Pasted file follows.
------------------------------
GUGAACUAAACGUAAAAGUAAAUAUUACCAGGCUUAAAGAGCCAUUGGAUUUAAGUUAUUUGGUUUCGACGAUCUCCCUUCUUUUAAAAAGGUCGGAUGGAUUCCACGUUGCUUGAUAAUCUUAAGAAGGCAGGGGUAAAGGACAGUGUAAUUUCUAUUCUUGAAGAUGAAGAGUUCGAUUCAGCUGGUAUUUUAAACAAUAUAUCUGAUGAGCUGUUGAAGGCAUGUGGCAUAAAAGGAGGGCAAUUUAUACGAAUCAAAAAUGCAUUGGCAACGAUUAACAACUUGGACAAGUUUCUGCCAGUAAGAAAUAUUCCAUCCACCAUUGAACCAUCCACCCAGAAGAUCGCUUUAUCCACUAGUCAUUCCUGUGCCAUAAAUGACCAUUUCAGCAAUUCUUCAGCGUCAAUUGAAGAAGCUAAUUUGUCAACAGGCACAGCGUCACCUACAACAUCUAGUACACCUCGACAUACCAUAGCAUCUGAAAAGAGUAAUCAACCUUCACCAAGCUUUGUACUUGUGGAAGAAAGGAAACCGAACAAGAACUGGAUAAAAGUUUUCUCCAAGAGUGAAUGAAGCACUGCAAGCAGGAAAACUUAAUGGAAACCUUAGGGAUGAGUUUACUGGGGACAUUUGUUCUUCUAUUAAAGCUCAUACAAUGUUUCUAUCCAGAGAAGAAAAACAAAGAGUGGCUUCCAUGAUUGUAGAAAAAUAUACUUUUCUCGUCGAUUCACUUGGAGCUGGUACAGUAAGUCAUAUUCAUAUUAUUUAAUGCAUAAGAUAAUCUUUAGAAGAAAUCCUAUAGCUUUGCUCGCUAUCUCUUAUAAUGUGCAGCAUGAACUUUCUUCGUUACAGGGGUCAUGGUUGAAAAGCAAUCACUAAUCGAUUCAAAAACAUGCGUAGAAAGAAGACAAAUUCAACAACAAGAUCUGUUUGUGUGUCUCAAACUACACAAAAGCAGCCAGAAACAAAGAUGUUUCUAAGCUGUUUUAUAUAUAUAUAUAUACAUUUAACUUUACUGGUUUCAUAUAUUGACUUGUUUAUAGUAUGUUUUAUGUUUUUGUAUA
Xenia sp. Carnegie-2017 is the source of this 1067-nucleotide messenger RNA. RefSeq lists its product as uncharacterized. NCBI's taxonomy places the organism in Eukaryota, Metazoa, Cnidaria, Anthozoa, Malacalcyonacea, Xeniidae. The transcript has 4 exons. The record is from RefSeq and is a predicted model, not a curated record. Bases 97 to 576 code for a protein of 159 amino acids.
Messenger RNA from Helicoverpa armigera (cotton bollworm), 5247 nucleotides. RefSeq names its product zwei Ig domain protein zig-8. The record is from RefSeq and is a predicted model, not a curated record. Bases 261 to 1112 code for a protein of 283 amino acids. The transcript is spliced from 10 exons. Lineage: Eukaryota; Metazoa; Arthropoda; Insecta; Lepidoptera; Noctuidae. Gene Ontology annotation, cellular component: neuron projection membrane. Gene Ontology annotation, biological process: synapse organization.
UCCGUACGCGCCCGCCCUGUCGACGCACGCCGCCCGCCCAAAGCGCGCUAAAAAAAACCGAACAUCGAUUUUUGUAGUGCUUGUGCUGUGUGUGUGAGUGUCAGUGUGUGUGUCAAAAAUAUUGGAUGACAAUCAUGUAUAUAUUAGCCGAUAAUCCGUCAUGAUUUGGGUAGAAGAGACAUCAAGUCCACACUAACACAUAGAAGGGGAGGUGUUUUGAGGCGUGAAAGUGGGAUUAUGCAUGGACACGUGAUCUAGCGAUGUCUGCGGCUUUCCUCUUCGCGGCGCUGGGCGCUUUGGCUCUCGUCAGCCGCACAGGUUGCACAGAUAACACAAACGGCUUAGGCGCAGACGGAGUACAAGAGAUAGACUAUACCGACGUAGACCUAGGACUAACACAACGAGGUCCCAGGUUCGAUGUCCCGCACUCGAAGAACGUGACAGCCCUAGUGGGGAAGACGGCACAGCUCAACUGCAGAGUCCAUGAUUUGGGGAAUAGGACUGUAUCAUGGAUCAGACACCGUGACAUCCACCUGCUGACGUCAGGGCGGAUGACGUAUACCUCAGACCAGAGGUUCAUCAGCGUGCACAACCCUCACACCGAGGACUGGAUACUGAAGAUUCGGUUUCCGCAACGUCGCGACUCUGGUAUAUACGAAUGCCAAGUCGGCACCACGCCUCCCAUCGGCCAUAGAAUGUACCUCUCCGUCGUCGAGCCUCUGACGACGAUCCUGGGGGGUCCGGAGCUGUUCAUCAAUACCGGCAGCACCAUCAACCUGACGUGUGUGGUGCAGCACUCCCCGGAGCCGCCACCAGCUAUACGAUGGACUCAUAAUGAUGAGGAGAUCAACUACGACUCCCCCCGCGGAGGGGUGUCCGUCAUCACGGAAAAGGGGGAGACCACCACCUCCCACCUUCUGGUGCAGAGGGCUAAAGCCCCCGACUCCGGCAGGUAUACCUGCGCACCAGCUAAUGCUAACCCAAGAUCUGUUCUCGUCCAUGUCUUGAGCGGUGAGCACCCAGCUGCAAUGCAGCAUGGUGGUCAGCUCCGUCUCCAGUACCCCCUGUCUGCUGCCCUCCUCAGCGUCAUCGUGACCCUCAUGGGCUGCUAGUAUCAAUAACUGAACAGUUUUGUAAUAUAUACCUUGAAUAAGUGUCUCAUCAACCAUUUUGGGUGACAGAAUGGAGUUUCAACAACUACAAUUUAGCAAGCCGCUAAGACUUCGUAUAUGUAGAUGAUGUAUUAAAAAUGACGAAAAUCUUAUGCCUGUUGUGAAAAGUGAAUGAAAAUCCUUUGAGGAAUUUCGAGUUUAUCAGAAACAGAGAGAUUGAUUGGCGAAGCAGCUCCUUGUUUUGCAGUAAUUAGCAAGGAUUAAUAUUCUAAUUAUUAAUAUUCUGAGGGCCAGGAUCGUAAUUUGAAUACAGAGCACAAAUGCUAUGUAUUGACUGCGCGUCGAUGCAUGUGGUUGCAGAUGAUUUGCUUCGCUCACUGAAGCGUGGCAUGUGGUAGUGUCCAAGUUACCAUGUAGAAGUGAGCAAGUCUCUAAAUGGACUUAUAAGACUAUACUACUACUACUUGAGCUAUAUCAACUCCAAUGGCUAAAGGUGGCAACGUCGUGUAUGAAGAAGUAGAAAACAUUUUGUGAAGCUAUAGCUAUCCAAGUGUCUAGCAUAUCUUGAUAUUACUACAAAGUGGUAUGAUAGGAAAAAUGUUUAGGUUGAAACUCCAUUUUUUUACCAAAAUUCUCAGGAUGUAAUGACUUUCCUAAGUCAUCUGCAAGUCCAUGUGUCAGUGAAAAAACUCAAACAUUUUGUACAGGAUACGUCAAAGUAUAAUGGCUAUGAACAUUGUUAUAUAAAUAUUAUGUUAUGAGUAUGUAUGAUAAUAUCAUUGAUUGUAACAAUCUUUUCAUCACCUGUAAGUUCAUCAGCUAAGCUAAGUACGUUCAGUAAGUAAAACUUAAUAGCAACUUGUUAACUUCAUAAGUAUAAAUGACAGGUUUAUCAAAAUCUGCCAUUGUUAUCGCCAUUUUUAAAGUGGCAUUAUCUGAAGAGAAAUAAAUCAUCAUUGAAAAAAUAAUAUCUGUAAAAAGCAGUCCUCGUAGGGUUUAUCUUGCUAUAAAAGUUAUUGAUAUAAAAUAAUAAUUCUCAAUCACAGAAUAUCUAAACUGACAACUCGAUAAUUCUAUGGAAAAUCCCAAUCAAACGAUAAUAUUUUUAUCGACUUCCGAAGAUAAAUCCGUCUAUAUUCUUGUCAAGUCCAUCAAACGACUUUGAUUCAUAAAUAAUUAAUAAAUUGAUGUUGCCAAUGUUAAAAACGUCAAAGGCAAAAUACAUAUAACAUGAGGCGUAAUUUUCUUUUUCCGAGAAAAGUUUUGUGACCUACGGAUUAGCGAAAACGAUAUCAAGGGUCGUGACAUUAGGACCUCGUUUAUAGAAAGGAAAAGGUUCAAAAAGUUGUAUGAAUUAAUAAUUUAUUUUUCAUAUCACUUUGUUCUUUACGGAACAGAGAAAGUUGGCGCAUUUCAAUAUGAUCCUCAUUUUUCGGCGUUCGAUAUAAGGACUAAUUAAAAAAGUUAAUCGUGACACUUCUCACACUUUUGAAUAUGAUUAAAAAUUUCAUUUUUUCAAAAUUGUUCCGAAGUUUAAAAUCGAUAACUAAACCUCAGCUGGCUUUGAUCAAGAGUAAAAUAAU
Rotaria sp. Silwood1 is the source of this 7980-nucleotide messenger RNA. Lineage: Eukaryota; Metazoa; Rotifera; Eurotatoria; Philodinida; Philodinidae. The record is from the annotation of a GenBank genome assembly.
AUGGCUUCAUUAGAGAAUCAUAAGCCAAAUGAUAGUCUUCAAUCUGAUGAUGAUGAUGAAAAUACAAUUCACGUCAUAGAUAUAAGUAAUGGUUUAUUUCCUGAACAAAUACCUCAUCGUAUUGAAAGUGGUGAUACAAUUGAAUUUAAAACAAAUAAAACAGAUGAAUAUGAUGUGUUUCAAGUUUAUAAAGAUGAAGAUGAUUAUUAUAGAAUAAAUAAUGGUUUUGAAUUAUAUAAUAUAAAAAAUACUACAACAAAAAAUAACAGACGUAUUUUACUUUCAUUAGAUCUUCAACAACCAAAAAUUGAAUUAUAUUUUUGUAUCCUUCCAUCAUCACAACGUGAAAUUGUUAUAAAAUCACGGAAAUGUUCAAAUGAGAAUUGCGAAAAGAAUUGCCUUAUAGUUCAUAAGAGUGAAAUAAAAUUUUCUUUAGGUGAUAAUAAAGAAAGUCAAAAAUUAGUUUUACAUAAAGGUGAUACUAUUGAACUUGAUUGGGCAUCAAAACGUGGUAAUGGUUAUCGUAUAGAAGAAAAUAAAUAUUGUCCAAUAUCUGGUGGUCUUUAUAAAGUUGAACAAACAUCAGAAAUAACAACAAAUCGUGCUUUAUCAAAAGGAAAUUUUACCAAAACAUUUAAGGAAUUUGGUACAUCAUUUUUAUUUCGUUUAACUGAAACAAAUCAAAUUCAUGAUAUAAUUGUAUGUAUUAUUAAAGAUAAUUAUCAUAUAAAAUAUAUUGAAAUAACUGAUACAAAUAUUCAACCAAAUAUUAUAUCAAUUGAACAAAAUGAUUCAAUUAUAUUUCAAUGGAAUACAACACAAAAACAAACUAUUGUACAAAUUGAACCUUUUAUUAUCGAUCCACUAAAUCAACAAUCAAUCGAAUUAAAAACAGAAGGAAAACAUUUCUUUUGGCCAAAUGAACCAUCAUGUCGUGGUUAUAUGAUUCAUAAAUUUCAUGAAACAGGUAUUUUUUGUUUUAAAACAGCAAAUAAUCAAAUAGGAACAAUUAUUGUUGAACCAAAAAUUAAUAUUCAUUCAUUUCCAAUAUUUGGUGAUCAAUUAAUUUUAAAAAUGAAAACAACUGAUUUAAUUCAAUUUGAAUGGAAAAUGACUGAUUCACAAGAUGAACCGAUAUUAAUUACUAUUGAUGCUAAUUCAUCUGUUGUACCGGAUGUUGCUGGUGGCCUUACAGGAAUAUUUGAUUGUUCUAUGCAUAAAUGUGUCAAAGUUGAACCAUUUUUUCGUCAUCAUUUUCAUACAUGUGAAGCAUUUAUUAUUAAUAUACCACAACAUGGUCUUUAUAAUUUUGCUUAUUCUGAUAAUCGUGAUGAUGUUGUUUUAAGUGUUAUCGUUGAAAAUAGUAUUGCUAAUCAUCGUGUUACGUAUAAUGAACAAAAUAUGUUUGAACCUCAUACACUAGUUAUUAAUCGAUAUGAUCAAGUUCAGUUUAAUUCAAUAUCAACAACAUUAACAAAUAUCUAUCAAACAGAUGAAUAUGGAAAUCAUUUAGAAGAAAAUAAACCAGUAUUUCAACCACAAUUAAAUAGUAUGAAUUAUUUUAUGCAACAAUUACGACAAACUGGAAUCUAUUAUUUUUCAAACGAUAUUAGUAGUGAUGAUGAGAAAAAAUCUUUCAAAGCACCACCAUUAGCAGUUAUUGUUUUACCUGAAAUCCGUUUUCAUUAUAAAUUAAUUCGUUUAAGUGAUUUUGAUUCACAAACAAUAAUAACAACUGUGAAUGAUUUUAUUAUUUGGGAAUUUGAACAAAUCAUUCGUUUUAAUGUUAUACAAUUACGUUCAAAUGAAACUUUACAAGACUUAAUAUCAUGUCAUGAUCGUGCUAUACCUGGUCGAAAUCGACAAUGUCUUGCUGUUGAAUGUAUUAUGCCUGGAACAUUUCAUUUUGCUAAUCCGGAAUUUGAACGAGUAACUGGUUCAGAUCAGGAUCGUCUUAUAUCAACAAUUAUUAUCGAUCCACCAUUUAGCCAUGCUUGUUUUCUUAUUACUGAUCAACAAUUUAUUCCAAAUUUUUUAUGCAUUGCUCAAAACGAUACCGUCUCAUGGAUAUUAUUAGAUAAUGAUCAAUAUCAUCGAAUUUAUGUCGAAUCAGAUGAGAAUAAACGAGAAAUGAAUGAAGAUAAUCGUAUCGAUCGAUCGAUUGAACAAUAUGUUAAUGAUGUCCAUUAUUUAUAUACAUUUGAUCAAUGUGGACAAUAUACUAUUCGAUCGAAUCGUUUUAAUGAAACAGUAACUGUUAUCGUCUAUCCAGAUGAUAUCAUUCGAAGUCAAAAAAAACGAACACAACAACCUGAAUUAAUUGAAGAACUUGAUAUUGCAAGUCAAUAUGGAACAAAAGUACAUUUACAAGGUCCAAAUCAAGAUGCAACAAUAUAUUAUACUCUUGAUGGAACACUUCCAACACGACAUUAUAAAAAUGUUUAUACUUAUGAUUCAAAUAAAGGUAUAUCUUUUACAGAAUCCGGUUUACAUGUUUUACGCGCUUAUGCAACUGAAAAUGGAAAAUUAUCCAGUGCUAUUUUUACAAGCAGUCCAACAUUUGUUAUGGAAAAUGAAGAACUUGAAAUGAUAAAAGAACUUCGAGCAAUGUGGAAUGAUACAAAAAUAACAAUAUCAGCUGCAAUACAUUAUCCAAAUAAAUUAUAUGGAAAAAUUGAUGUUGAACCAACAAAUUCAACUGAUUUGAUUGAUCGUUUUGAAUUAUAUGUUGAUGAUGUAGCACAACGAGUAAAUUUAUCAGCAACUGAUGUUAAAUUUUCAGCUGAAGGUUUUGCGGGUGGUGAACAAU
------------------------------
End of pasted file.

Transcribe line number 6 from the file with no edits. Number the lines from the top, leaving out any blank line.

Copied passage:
AUGGCUUCAUUAGAGAAUCAUAAGCCAAAUGAUAGUCUUCAAUCUGAUGAUGAUGAUGAAAAUACAAUUCACGUCAUAGAUAUAAGUAAUGGUUUAUUUCCUGAACAAAUACCUCAUCGUAUUGAAAGUGGUGAUACAAUUGAAUUUAAAACAAAUAAAACAGAUGAAUAUGAUGUGUUUCAAGUUUAUAAAGAUGAAGAUGAUUAUUAUAGAAUAAAUAAUGGUUUUGAAUUAUAUAAUAUAAAAAAUACUACAACAAAAAAUAACAGACGUAUUUUACUUUCAUUAGAUCUUCAACAACCAAAAAUUGAAUUAUAUUUUUGUAUCCUUCCAUCAUCACAACGUGAAAUUGUUAUAAAAUCACGGAAAUGUUCAAAUGAGAAUUGCGAAAAGAAUUGCCUUAUAGUUCAUAAGAGUGAAAUAAAAUUUUCUUUAGGUGAUAAUAAAGAAAGUCAAAAAUUAGUUUUACAUAAAGGUGAUACUAUUGAACUUGAUUGGGCAUCAAAACGUGGUAAUGGUUAUCGUAUAGAAGAAAAUAAAUAUUGUCCAAUAUCUGGUGGUCUUUAUAAAGUUGAACAAACAUCAGAAAUAACAACAAAUCGUGCUUUAUCAAAAGGAAAUUUUACCAAAACAUUUAAGGAAUUUGGUACAUCAUUUUUAUUUCGUUUAACUGAAACAAAUCAAAUUCAUGAUAUAAUUGUAUGUAUUAUUAAAGAUAAUUAUCAUAUAAAAUAUAUUGAAAUAACUGAUACAAAUAUUCAACCAAAUAUUAUAUCAAUUGAACAAAAUGAUUCAAUUAUAUUUCAAUGGAAUACAACACAAAAACAAACUAUUGUACAAAUUGAACCUUUUAUUAUCGAUCCACUAAAUCAACAAUCAAUCGAAUUAAAAACAGAAGGAAAACAUUUCUUUUGGCCAAAUGAACCAUCAUGUCGUGGUUAUAUGAUUCAUAAAUUUCAUGAAACAGGUAUUUUUUGUUUUAAAACAGCAAAUAAUCAAAUAGGAACAAUUAUUGUUGAACCAAAAAUUAAUAUUCAUUCAUUUCCAAUAUUUGGUGAUCAAUUAAUUUUAAAAAUGAAAACAACUGAUUUAAUUCAAUUUGAAUGGAAAAUGACUGAUUCACAAGAUGAACCGAUAUUAAUUACUAUUGAUGCUAAUUCAUCUGUUGUACCGGAUGUUGCUGGUGGCCUUACAGGAAUAUUUGAUUGUUCUAUGCAUAAAUGUGUCAAAGUUGAACCAUUUUUUCGUCAUCAUUUUCAUACAUGUGAAGCAUUUAUUAUUAAUAUACCACAACAUGGUCUUUAUAAUUUUGCUUAUUCUGAUAAUCGUGAUGAUGUUGUUUUAAGUGUUAUCGUUGAAAAUAGUAUUGCUAAUCAUCGUGUUACGUAUAAUGAACAAAAUAUGUUUGAACCUCAUACACUAGUUAUUAAUCGAUAUGAUCAAGUUCAGUUUAAUUCAAUAUCAACAACAUUAACAAAUAUCUAUCAAACAGAUGAAUAUGGAAAUCAUUUAGAAGAAAAUAAACCAGUAUUUCAACCACAAUUAAAUAGUAUGAAUUAUUUUAUGCAACAAUUACGACAAACUGGAAUCUAUUAUUUUUCAAACGAUAUUAGUAGUGAUGAUGAGAAAAAAUCUUUCAAAGCACCACCAUUAGCAGUUAUUGUUUUACCUGAAAUCCGUUUUCAUUAUAAAUUAAUUCGUUUAAGUGAUUUUGAUUCACAAACAAUAAUAACAACUGUGAAUGAUUUUAUUAUUUGGGAAUUUGAACAAAUCAUUCGUUUUAAUGUUAUACAAUUACGUUCAAAUGAAACUUUACAAGACUUAAUAUCAUGUCAUGAUCGUGCUAUACCUGGUCGAAAUCGACAAUGUCUUGCUGUUGAAUGUAUUAUGCCUGGAACAUUUCAUUUUGCUAAUCCGGAAUUUGAACGAGUAACUGGUUCAGAUCAGGAUCGUCUUAUAUCAACAAUUAUUAUCGAUCCACCAUUUAGCCAUGCUUGUUUUCUUAUUACUGAUCAACAAUUUAUUCCAAAUUUUUUAUGCAUUGCUCAAAACGAUACCGUCUCAUGGAUAUUAUUAGAUAAUGAUCAAUAUCAUCGAAUUUAUGUCGAAUCAGAUGAGAAUAAACGAGAAAUGAAUGAAGAUAAUCGUAUCGAUCGAUCGAUUGAACAAUAUGUUAAUGAUGUCCAUUAUUUAUAUACAUUUGAUCAAUGUGGACAAUAUACUAUUCGAUCGAAUCGUUUUAAUGAAACAGUAACUGUUAUCGUCUAUCCAGAUGAUAUCAUUCGAAGUCAAAAAAAACGAACACAACAACCUGAAUUAAUUGAAGAACUUGAUAUUGCAAGUCAAUAUGGAACAAAAGUACAUUUACAAGGUCCAAAUCAAGAUGCAACAAUAUAUUAUACUCUUGAUGGAACACUUCCAACACGACAUUAUAAAAAUGUUUAUACUUAUGAUUCAAAUAAAGGUAUAUCUUUUACAGAAUCCGGUUUACAUGUUUUACGCGCUUAUGCAACUGAAAAUGGAAAAUUAUCCAGUGCUAUUUUUACAAGCAGUCCAACAUUUGUUAUGGAAAAUGAAGAACUUGAAAUGAUAAAAGAACUUCGAGCAAUGUGGAAUGAUACAAAAAUAACAAUAUCAGCUGCAAUACAUUAUCCAAAUAAAUUAUAUGGAAAAAUUGAUGUUGAACCAACAAAUUCAACUGAUUUGAUUGAUCGUUUUGAAUUAUAUGUUGAUGAUGUAGCACAACGAGUAAAUUUAUCAGCAACUGAUGUUAAAUUUUCAGCUGAAGGUUUUGCGGGUGGUGAACAAU